Bullet Coolers larger than 70 quarts are suitable for storing a very large group’s drinks. Additionally, those in professional remote food service will have use for these largest designs.
An insulator of a given size will keep ice longer if it is full of food and ice. Air space is an enemy.
A given content volume will stay cold longest in an insulator exactly sized to that volume, all else equal.
In comparing models of different sizes, both completely and similarly full, the larger one will hold ice longer.
Obviously you will have differing applications for your chosen product. Having one large enough to accommodate the largest demand is fine, as long as the user realizes that a large version, only partially full, will lose ice faster than those same contents in a smaller version.
In the experience of our testing team, designs between 50 and 60 quarts in capacity will serve most people in most applications.
Use Environment – Portable Cool Box Buying Guide Tip Two
After size, consider how, how often, and where it will be used. If you will use yours for more than 15 or 20 days each year, the initial investment in one of the high-end models will be worthwhile. If you will ever use yours to keep stuff cold for more than a week, the investment in a high-end model will also be worthy.
When you are using a portable cool box in a really rugged environment, consider the high-end designs for their durability. If it will live strapped to the back of a dusty jeep or tossed in and out of a whitewater raft over and over, the additional integrity of the high-end versions will be justified.
However, you will use it like ninety some percent of consumers, a traditional insulator should be fine. Most people use one a few weekends a year, and then once for a longer trip. On that long trip, very few are more than a few days between ice resupply opportunities. In these contexts, a traditional model costing less than $100 should serve just fine.
Portability Features – Portable Cool Box Buying Tip Three
The primary consideration in portability is size. Size also greatly affects usability and ice retention. As such, size is addressed in the greatest detail above. For a given size, however, they can be equipped with a variety of portability features. The most portable model is one that is equipped to roll, be carried by one person, and be carried by two.
Each of these transport modes requires a slightly different configuration. Rolling status is easy to judge: does it have wheels? Further, are the wheels sturdy and large enough to handle at least a little uneven ground? Opposite the wheels, we look for a rigid handle that protrudes enough to save the tower from hunchback shuffle. For solo carry, a pair of opposing and smooth handles, set in close to the center of mass works best.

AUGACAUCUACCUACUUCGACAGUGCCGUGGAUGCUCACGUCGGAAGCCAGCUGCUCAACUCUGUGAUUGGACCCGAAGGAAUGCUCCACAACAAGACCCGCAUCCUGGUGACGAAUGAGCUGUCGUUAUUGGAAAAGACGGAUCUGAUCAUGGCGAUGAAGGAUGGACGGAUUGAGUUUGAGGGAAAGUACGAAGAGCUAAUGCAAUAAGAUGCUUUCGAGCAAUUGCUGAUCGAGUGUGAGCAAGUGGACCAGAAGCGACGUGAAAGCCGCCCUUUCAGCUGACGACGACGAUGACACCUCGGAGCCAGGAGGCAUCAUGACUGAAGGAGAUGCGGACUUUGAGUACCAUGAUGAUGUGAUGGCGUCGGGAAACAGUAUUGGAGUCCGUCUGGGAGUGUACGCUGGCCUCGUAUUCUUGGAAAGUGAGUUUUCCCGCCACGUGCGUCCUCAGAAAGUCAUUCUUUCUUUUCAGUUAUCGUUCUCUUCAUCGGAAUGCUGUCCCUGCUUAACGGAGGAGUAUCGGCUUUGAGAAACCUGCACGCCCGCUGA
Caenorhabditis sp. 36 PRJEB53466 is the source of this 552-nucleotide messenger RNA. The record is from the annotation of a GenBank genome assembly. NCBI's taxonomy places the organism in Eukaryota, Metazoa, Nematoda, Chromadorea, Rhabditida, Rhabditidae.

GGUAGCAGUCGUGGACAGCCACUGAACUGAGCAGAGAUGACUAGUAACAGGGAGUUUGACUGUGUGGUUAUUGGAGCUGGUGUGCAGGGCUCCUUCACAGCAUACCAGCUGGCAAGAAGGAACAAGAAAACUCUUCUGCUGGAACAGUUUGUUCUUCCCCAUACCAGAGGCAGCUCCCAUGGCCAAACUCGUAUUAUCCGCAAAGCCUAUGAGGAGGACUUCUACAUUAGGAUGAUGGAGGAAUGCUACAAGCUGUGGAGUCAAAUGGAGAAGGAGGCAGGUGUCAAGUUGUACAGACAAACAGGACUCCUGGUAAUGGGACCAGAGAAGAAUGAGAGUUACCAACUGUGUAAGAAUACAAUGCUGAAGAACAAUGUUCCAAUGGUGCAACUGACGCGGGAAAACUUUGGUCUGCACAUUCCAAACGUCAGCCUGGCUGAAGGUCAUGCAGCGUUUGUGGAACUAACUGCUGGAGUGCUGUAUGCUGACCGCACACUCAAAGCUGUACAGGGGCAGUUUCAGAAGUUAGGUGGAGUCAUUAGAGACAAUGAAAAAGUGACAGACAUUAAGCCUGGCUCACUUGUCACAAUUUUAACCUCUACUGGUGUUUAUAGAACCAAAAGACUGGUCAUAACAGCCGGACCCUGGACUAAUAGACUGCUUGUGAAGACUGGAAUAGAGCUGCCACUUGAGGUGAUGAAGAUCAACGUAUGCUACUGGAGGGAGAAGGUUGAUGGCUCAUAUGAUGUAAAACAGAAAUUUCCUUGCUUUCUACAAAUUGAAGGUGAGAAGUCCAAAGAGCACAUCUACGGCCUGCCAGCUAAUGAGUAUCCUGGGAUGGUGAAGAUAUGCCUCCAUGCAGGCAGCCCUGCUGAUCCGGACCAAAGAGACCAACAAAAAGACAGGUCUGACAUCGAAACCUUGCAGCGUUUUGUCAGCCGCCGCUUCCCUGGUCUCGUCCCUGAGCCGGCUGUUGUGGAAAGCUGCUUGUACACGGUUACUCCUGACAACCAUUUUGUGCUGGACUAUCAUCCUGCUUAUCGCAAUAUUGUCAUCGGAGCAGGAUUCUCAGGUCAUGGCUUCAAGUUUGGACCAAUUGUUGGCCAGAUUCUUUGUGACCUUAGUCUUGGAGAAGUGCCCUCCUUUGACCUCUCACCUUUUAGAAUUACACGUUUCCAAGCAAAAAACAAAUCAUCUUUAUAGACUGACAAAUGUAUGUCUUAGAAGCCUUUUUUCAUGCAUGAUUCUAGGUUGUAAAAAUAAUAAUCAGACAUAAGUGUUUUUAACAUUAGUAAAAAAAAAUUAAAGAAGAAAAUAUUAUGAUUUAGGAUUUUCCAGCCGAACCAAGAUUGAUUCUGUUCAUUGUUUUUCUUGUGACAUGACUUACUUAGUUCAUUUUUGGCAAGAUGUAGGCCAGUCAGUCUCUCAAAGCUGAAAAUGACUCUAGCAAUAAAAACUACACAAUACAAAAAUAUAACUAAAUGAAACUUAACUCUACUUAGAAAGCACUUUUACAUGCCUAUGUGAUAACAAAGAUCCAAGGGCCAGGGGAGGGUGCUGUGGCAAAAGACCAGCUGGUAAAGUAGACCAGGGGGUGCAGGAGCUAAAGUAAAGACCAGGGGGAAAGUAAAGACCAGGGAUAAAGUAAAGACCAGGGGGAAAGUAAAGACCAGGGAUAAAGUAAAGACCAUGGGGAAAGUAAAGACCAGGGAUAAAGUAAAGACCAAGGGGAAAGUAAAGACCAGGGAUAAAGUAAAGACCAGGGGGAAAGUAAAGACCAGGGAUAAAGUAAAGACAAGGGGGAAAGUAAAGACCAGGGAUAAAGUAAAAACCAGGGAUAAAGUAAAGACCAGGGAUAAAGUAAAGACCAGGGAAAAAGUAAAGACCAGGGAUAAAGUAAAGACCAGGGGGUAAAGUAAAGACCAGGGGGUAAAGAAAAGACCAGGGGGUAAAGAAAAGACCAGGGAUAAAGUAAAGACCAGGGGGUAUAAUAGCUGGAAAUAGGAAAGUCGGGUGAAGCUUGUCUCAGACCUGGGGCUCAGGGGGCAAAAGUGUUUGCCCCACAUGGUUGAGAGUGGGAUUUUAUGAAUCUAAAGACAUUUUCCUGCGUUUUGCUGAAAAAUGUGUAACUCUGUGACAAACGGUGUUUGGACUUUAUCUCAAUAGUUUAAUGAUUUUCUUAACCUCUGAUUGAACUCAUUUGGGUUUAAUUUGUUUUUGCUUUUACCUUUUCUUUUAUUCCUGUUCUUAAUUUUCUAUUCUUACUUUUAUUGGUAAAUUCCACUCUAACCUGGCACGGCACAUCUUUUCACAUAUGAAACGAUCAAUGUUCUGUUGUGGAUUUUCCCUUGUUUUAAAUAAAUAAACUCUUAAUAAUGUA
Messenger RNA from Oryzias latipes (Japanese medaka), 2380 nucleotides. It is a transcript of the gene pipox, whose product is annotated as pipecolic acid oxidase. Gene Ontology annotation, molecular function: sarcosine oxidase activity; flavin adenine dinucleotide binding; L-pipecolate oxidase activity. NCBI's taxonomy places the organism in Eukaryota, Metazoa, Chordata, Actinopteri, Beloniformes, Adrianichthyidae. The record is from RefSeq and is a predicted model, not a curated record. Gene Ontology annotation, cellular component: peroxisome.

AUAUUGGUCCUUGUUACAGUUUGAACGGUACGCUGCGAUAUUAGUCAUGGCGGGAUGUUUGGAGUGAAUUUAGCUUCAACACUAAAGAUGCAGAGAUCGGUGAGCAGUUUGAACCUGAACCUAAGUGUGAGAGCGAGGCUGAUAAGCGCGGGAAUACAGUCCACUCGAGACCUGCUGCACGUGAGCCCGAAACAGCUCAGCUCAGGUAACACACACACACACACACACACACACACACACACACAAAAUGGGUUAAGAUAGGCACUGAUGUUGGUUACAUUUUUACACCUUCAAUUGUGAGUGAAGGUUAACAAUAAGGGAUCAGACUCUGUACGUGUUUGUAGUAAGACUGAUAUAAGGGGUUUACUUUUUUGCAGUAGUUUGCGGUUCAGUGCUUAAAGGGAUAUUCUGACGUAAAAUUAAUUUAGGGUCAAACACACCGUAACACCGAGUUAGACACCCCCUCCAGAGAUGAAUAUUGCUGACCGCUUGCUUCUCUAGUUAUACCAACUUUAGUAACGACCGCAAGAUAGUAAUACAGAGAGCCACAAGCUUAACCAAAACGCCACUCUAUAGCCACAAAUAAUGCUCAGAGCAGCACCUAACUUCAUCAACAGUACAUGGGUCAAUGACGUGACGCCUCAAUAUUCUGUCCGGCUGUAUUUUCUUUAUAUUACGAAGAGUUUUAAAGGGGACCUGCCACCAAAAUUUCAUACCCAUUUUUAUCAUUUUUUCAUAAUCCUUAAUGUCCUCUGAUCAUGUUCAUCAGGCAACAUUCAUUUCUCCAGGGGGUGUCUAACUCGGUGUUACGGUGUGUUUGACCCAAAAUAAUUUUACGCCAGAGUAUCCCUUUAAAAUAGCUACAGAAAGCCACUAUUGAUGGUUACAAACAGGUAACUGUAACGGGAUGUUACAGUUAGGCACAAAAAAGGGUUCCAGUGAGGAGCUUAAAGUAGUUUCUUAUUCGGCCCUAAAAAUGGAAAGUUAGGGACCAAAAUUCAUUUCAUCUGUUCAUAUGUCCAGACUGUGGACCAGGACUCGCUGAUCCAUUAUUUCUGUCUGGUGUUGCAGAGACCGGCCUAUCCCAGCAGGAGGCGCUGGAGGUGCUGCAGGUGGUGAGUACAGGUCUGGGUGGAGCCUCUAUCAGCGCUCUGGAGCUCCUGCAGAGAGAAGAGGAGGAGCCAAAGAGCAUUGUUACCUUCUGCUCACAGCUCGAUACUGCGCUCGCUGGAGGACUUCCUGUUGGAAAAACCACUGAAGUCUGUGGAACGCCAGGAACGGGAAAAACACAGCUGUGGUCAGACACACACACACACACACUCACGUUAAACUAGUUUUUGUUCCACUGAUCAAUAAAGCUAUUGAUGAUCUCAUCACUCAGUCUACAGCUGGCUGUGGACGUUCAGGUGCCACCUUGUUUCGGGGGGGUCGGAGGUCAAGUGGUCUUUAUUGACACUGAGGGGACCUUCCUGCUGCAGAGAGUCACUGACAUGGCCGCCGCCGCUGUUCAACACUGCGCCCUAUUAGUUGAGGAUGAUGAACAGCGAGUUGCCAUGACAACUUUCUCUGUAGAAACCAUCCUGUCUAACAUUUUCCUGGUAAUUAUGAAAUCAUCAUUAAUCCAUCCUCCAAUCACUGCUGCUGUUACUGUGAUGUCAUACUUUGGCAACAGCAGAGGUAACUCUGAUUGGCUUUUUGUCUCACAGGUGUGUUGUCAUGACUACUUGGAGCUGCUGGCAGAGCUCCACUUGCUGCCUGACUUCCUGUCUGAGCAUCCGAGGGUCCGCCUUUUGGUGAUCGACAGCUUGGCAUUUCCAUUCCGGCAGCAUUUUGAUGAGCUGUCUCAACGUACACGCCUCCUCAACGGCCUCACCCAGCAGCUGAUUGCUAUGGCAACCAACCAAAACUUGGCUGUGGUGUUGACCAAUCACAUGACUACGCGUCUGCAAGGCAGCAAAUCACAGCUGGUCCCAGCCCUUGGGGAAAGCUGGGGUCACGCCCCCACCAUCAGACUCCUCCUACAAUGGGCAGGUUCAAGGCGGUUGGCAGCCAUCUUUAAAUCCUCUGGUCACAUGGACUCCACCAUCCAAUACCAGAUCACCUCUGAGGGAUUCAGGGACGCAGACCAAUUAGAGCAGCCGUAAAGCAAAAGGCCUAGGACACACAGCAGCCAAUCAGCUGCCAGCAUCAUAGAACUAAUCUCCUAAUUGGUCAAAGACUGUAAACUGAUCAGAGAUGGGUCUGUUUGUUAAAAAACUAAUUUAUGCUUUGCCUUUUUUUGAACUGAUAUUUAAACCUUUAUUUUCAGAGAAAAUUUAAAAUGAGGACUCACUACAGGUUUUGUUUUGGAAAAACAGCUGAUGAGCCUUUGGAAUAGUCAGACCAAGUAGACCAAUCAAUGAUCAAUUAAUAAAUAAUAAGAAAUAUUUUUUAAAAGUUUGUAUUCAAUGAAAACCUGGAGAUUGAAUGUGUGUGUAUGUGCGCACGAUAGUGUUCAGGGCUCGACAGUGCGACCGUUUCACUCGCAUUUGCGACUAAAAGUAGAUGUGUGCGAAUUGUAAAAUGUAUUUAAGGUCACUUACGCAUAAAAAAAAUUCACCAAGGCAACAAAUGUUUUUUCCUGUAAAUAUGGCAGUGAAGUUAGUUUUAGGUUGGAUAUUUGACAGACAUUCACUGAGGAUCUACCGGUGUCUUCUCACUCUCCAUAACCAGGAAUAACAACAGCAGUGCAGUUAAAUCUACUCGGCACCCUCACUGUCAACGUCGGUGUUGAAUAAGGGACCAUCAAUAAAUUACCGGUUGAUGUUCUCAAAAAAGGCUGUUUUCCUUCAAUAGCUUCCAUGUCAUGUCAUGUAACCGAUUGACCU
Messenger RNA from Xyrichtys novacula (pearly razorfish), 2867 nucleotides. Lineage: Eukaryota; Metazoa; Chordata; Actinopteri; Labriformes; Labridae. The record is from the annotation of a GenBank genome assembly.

For tandem carriage, longer, flexible or pivoting handles on each end work best. No design that we know of comes with all three carry options. Generally, models without wheels can come with handles for both solo and tandem transport while versions with wheels skip the tandem carry nuances.
Besides handle configuration and size, especially in the bold new world that includes really expensive high-end designs, the consumer must consider weight. These high-end offerings are heavier than their less expensive counterparts, but even among the high-end models, weight varies. A full icebox will get heavy real fast. Be cautious about starting with a box that is too heavy even empty.
The above discussion highlights the major questions. However, some other things are worth examining.
First of all, and an option that has only come about in recent years, will you need your cooler to resist theft? When we say theft, we primarily mean the loss to animals. Coolers will regularly live outside in remote environments.
Food smells in these remote environments will attract the attention of a wide range of critters. Many of the high-end versions can be secured with an aftermarket lock to protect against a whole host of animal tamperers. Most notably, designs from Yeti and Pelican are certified to be grizzly bear-resistant.
Is it important that it serve as camping or picnic furniture? Some models are not suited to sitting on. Others are particularly well suited. Most are in the middle.
Those that make the best furniture can be equipped with aftermarket seat cushions or come with molded-in cup holders. Some don’t have the structural integrity to support the weight of a seated person.